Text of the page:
4. Sit at your sales table like a lemonade stand kid who hasn’t yet sold a cup of lemonade.
I had never sold my books “in real life.” Only through Amazon. So I didn’t know whether to sit confidently at my little table afterwards — or pathetically. I went with pathetic. I figured people would see right through my fake confidence anyway. When they bought Malena’s (fabulous) play script next to me, I looked up with sad eyes that said, “Please, Sir, I’ve had naught but a small bowl of porridge this week. Buy mine, too.”
I sold six copies! Plus the ones my sister bought. Considering the size of the audience and the fact that 18 people were selling their books, I was only expecting to sell one or two. Now, I don’t plan to sell my books in real life again, so I won’t be able to compare that to sitting confidently, but maybe you can try the two options and report back to me.
I’m no expert, but I hope that the lessons I learned at my first author launch can help or at least entertain you. Excerpt from Anaheim Tales chapter 26 below!
*”Well, that’s not where I thought that was going,” says Drama Girl. “Where was the conflict? If you were trying to draw a parallel, paint a picture of what it’s like to be born different in this world, you’re glossing over the ugly reality. I should know.”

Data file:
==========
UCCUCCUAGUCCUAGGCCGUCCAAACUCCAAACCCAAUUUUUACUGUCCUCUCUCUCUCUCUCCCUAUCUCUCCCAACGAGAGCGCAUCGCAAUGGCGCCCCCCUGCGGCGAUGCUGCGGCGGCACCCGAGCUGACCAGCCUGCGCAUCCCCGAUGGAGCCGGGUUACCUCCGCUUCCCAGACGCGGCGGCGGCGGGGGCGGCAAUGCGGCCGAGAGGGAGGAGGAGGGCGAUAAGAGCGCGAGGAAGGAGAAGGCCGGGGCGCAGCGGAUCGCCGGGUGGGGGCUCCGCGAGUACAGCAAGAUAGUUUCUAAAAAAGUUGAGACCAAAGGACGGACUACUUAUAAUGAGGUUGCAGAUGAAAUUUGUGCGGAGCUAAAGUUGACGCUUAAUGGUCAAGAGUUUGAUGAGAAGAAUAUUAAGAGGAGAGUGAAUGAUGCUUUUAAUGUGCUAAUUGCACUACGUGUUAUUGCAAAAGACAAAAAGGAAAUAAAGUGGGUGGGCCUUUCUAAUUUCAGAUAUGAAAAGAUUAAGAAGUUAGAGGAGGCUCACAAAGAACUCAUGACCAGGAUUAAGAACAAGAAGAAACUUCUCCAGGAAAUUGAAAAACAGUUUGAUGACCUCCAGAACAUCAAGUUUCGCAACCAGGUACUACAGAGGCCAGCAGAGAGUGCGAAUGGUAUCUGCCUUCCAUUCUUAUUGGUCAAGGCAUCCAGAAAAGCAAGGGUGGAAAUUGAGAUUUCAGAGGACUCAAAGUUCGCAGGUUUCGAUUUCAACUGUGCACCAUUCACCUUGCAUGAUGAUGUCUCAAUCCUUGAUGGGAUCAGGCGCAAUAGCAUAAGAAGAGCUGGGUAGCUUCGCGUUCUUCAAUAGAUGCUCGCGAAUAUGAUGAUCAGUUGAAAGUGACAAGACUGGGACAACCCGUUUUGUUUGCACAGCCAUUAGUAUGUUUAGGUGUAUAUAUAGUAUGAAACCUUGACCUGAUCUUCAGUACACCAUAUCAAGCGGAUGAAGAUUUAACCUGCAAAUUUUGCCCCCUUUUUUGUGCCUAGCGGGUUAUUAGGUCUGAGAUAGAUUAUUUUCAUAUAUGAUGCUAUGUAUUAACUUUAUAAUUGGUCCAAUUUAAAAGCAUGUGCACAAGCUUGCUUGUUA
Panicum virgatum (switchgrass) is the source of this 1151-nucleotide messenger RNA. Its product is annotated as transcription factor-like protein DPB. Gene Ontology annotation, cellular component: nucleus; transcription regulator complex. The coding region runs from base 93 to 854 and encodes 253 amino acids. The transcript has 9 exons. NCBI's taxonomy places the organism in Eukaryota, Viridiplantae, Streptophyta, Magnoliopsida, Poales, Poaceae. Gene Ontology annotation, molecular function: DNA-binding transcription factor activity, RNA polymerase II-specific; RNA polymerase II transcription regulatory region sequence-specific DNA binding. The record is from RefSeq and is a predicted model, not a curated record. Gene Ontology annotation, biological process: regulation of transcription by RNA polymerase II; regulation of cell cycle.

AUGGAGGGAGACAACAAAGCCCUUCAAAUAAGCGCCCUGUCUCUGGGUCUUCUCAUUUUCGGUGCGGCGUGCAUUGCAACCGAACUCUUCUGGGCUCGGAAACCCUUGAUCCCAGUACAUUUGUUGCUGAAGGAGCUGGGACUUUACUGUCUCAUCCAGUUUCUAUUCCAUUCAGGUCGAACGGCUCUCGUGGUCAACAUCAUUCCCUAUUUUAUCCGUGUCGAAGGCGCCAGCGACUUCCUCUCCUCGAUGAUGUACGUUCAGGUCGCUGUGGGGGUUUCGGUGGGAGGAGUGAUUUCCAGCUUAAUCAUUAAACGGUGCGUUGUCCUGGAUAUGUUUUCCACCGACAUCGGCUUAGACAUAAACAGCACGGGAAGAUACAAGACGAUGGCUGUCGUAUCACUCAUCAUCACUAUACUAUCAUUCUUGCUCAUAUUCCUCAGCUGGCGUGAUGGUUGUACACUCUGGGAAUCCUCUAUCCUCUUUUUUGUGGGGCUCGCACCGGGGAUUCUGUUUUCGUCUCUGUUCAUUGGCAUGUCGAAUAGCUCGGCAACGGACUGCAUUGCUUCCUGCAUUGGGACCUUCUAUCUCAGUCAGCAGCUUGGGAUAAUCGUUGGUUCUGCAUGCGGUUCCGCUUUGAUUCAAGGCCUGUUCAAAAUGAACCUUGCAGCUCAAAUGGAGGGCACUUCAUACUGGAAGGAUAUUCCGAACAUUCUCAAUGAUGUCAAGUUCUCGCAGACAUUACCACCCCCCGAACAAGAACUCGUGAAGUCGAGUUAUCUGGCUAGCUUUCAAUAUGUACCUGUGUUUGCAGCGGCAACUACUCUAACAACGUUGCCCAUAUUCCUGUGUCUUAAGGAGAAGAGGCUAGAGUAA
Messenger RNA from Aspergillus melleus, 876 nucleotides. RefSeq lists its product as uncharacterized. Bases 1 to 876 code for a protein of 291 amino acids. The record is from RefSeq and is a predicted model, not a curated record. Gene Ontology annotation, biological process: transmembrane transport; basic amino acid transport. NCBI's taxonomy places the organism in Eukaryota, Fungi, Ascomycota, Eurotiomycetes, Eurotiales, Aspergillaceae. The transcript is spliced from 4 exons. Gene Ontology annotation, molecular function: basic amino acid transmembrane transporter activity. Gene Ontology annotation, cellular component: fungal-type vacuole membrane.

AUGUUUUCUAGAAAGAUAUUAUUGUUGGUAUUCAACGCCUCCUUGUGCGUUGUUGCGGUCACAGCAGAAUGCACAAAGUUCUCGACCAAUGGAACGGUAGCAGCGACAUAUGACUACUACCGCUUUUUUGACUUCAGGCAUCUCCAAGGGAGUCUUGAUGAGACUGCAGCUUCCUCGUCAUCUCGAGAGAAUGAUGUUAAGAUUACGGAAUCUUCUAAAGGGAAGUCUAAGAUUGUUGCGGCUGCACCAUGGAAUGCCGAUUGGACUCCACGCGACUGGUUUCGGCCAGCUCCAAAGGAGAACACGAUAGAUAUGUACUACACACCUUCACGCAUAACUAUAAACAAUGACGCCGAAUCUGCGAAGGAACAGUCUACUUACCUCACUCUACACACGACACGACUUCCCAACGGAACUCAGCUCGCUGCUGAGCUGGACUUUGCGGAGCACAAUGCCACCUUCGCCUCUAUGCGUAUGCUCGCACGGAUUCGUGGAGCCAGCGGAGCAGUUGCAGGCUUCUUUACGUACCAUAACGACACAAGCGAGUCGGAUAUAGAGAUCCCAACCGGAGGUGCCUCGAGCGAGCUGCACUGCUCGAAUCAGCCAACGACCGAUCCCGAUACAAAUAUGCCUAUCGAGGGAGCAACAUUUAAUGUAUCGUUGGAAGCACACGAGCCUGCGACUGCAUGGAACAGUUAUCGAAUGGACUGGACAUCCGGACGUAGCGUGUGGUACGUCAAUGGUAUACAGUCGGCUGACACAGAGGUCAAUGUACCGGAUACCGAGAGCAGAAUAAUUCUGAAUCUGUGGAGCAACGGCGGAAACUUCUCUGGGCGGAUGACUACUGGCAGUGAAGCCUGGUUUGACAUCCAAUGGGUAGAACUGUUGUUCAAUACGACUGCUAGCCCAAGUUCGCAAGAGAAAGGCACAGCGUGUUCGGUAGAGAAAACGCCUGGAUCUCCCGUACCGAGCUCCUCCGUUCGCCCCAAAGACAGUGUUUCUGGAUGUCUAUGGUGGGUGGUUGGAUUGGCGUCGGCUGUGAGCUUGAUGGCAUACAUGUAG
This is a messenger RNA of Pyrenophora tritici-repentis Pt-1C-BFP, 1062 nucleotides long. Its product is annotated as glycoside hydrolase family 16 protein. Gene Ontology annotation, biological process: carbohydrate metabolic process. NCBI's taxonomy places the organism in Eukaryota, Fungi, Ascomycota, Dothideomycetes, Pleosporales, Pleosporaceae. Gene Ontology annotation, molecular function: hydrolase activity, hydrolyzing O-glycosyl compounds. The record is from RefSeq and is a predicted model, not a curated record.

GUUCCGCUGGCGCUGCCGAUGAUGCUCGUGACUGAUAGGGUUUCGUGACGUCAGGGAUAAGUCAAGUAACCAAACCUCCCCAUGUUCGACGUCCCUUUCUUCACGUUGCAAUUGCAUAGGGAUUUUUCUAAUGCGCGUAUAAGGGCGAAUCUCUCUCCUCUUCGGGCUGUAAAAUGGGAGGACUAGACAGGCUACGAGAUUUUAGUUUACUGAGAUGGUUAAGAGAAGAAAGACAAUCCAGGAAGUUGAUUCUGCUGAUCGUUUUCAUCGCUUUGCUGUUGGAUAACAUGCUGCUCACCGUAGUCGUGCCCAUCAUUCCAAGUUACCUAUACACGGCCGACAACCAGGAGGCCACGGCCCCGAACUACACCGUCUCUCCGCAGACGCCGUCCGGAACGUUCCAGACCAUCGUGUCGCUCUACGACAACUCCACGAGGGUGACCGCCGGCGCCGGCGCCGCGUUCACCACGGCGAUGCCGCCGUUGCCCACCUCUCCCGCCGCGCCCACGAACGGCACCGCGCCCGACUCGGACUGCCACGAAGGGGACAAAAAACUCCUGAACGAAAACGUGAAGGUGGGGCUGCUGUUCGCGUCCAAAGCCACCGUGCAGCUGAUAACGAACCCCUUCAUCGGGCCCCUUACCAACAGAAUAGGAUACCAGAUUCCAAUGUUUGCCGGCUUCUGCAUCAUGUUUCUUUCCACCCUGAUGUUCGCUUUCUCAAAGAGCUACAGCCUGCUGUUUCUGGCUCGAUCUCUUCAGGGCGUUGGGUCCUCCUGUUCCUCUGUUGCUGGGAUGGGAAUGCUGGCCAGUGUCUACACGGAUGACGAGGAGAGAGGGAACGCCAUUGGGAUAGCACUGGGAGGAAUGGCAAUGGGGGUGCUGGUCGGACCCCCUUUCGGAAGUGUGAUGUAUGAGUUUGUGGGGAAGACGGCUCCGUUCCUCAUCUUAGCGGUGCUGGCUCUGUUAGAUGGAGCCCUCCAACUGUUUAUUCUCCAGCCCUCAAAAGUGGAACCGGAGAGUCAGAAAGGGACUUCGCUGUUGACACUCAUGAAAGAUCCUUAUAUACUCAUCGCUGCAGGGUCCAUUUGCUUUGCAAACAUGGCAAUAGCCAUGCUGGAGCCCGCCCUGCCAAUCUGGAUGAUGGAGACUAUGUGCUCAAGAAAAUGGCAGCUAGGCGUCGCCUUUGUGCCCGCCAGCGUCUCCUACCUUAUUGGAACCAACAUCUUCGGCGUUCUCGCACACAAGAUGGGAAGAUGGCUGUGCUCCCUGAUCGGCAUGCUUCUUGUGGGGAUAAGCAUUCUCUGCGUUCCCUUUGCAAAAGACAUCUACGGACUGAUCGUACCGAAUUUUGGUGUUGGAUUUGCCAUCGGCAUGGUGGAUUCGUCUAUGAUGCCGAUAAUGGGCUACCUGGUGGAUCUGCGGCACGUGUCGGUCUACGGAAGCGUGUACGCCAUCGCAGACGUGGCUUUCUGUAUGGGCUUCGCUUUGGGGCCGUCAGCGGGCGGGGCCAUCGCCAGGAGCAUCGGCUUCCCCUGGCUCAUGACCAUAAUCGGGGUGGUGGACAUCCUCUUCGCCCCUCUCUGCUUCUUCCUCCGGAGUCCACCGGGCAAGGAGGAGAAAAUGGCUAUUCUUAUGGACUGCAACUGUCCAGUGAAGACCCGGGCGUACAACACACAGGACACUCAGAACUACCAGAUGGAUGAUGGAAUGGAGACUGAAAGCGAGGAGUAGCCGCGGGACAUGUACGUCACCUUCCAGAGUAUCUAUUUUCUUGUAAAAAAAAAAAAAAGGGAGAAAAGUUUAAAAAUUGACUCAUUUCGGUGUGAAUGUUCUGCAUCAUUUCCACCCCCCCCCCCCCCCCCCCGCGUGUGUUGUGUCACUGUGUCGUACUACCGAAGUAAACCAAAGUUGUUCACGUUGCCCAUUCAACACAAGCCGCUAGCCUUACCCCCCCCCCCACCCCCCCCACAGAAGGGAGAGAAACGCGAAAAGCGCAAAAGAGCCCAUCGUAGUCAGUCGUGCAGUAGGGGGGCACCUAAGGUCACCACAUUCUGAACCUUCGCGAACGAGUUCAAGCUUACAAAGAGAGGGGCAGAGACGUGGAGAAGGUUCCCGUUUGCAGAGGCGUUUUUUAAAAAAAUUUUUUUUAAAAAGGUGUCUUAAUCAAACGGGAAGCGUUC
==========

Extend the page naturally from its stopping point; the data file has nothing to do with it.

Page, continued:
LGBT&F boy responds. “I actually had a different story in mind at first, where the red boy was shunned by some and accepted by some and patronized by some, but you know what? During that last story, the one about Fiona and her computer-programmed friend, I decided I was sick of conflict. I wished her story could have just stayed happy, like it started, and like I think its author wanted it to be. The girl has a cool computer friend and she’s happy and good for her. Ugh, how many years have they been making movies about bullying, and accepting others, and has anything changed? I’ve had it pretty good, but I know lots of people who haven’t, even though we’ve all been raised with movies and articles and shows telling us to accept each other, even celebrate each other’s differences. I just started thinking, during that last story, why can’t we have a few stories about the way things should be, just for a good example. Why do we have to work through the bad stuff in every single story?”
“Because otherwise it’s not a story,” says Debate Girl.
Debate Boy makes a frustrated growling sound. “Yes. It. Is. Maybe not your kind of story, but still a valid story. Just because no one wants to kill themself or anything…”
“But that’s how real life is,” says Debate Girl.
“Not always,” says Debate Boy.